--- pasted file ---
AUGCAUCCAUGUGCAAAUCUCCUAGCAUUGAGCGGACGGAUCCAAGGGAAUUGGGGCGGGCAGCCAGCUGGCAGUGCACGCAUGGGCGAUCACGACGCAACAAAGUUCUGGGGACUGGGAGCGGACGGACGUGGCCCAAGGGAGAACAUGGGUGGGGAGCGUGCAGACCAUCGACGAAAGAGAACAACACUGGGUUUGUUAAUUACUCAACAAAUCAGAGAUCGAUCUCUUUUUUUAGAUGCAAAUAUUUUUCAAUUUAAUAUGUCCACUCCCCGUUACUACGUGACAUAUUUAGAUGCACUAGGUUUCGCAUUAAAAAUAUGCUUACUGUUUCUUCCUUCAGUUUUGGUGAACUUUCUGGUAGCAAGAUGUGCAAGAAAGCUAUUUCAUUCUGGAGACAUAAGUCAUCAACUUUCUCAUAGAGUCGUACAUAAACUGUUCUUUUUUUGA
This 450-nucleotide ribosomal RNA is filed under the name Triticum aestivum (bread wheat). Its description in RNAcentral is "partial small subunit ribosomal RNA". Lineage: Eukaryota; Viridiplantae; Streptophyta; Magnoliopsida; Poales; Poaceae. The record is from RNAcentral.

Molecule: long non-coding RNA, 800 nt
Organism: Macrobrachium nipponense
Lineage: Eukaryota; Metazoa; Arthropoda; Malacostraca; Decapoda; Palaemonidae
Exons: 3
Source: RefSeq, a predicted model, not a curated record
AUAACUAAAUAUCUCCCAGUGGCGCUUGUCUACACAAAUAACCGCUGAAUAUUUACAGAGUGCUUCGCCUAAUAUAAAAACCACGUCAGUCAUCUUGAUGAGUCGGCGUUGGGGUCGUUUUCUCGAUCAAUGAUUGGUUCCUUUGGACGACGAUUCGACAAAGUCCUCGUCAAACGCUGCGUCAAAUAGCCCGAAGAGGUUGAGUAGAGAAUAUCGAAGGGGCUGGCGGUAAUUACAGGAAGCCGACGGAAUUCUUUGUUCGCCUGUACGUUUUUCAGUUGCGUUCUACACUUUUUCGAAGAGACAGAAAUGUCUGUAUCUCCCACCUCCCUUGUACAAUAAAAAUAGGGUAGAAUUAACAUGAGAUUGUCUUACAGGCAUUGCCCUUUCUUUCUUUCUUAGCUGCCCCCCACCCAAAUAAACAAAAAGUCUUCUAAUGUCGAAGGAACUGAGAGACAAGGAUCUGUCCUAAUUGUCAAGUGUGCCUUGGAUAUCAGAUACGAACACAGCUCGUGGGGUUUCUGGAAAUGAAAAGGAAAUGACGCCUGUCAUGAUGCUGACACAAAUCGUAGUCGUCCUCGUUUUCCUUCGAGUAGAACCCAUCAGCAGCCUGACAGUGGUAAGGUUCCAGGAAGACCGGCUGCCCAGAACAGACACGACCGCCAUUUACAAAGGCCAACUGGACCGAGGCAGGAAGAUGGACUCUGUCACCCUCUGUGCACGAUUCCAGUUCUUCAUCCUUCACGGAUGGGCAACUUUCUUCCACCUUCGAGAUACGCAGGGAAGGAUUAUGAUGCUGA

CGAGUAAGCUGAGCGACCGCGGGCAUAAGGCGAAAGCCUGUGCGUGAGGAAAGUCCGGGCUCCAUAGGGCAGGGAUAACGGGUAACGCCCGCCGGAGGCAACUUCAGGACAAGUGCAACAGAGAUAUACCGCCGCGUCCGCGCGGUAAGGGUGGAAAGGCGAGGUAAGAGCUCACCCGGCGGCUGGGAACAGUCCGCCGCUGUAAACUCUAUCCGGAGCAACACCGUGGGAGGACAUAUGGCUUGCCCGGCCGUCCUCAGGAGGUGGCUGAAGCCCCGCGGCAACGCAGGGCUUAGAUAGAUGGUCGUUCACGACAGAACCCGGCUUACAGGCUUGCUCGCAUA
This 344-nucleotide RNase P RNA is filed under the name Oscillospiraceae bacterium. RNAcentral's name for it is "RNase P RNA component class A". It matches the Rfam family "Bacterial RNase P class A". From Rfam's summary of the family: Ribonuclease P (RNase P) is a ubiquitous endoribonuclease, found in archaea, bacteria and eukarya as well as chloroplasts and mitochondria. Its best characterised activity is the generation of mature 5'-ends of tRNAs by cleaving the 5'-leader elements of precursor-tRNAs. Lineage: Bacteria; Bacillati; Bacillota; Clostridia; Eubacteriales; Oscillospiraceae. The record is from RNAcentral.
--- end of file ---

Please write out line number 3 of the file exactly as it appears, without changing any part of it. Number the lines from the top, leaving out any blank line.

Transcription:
Molecule: long non-coding RNA, 800 nt